Insulin and the Free Market: A Brief Inquiry

The Washington Post tells the story today of Lija Greenseid:

Her daughter, who is 13, has Type 1 diabetes and needs insulin. In the United States, it can cost hundreds of dollars per vial. In Canada, you can buy it without a prescription for a tenth of that price. So, Greenseid led a small caravan last month to the town of Fort Frances, Ontario, where she and five other Americans paid about $1,200 for drugs that would have cost them $12,000 in the United States.

The cost of insulin has been soaring for a long time. It’s doubled just since 2012:

That chart is from 2016, and the price of insulin has kept going up since then:

The pharmaceutical companies will tell you that this is all just list price and doesn’t represent the true price of insulin after discounts and rebates. Pay no attention to this special pleading. Here is the average out-of-pocket cost of insulin for Medicare patients:

And as the price of newer forms of analog insulin rose, guess what happened to old-school products that had been on the market for years?

U500 is a highly concentrated form of insulin for insulin-resistant patients. Between 2010-2014, it suddenly skyrocketed in price from $12 to $59. That’s a 400 percent increase in five years.

There are multiple suppliers of insulin, but as you can see from the top chart, they all increased their prices in lockstep. There appears to be not a single pharmaceutical company with any interest in lowering their price in order to win a bigger market share. It is a mystery to me how these companies continue to avoid an antitrust action from the federal government.

SIX TRUTHS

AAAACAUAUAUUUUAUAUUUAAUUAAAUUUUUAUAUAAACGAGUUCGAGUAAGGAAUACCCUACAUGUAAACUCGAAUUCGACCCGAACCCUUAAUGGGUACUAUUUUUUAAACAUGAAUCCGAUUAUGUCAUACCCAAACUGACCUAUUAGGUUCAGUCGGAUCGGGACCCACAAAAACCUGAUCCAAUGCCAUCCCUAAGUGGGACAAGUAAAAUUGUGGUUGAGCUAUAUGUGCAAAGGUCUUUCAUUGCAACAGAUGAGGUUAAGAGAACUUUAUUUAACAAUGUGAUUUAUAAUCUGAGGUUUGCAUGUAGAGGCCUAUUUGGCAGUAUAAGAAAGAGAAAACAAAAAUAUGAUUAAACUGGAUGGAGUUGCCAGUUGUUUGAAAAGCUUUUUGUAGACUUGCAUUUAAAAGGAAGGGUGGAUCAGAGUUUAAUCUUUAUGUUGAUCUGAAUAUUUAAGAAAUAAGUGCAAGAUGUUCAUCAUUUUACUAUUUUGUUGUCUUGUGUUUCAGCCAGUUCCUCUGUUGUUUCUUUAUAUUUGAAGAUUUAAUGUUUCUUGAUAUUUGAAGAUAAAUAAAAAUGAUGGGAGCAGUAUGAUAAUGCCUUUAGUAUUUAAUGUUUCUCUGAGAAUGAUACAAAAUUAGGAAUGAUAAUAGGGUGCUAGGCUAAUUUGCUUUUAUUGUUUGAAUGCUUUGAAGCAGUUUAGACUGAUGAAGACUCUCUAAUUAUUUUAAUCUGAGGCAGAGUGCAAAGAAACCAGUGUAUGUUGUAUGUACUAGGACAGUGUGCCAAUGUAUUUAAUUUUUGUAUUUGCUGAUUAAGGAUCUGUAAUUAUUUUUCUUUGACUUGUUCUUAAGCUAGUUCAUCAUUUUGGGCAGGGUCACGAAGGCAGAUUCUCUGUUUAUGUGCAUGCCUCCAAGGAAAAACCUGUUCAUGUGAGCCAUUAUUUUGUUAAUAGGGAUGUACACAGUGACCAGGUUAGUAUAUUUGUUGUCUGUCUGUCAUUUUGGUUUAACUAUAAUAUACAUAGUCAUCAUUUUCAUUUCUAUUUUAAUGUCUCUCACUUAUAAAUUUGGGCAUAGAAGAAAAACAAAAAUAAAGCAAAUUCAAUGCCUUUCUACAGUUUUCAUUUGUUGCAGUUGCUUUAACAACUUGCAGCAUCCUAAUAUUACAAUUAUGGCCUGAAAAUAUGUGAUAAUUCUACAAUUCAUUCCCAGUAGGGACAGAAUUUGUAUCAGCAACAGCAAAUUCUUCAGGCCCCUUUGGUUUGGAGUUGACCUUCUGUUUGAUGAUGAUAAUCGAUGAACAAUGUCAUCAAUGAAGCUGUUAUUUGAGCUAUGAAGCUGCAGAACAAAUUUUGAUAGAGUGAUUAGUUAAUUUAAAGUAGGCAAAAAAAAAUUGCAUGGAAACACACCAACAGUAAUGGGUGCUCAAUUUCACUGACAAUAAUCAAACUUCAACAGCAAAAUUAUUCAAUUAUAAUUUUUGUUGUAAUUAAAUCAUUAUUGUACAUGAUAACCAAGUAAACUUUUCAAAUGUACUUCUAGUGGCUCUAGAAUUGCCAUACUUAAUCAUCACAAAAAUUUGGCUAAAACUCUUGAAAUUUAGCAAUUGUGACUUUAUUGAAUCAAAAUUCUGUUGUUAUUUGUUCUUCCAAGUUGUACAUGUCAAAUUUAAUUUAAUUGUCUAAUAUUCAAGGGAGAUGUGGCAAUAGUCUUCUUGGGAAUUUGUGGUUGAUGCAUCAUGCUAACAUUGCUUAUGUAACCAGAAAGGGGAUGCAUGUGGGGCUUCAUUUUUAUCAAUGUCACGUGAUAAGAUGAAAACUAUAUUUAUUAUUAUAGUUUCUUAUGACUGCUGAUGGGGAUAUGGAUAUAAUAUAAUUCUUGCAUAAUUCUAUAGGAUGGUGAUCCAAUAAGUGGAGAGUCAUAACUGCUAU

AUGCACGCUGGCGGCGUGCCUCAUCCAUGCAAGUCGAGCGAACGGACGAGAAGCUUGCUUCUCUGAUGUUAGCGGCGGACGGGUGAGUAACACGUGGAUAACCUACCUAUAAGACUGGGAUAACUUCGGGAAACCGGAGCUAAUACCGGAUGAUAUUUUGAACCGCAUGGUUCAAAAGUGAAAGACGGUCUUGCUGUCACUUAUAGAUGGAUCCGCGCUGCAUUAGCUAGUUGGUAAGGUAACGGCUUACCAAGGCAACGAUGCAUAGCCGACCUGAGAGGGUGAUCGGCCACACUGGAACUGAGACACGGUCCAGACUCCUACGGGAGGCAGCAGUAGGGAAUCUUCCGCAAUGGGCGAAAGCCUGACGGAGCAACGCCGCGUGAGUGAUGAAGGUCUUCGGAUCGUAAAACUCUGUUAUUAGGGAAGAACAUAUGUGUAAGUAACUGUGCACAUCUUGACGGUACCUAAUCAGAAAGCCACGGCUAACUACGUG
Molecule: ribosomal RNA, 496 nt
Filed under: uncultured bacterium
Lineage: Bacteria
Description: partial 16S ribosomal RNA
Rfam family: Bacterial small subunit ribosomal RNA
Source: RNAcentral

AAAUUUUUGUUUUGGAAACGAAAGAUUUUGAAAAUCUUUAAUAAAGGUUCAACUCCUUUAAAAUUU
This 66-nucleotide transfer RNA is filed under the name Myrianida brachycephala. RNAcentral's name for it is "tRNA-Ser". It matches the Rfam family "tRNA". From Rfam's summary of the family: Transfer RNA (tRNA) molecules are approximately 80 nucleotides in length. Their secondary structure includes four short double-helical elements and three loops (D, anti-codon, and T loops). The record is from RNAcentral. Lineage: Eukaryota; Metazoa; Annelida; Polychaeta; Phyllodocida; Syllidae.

Reclaiming power from those who abuse it often starts with telling the truth. And in "This Is How Authoritarians Get Defeated," MoJo's Monika Bauerlein unpacks six truths to remember during the homestretch of an election where democracy, truth, and decency are on the line.

Truth #1: The chaos is the point.

Truth #2: Team Reality is bigger than it seems.

Truth #3: Facebook owns this.

Truth #4: When we go to work, we're in the fight.

Truth #5: It's about minority rule.

Truth #6: The only thing that can save us is…us.

Please take a moment to see how all these truths add up, because what happens in the weeks and months ahead will reverberate for at least a generation and we better be prepared.

And if you think journalism like Mother Jones'—that calls it like it is, that will never acquiesce to power, that looks where others don't—can help guide us through this historic, high-stakes moment, and you're able to right now, please help us reach our $350,000 goal by October 31 with a donation today. It's all hands on deck for democracy.

payment methods

SIX TRUTHS

Reclaiming power from those who abuse it often starts with telling the truth. And in "This Is How Authoritarians Get Defeated," MoJo's Monika Bauerlein unpacks six truths to remember during the homestretch of an election where democracy, truth, and decency are on the line.

Truth #1: The chaos is the point.

Truth #2: Team Reality is bigger than it seems.

Truth #3: Facebook owns this.

Truth #4: When we go to work, we're in the fight.

Truth #5: It's about minority rule.

Truth #6: The only thing that can save us is…us.

Please take a moment to see how all these truths add up, because what happens in the weeks and months ahead will reverberate for at least a generation and we better be prepared.

And if you think journalism like Mother Jones'—that calls it like it is, that will never acquiesce to power, that looks where others don't—can help guide us through this historic, high-stakes moment, and you're able to right now, please help us reach our $350,000 goal by October 31 with a donation today. It's all hands on deck for democracy.

payment methods

We Recommend

Latest

Sign up for our free newsletter

Subscribe to the Mother Jones Daily to have our top stories delivered directly to your inbox.

Get our award-winning magazine

Save big on a full year of investigations, ideas, and insights.

Subscribe

Support our journalism

Help Mother Jones' reporters dig deep with a tax-deductible donation.

Donate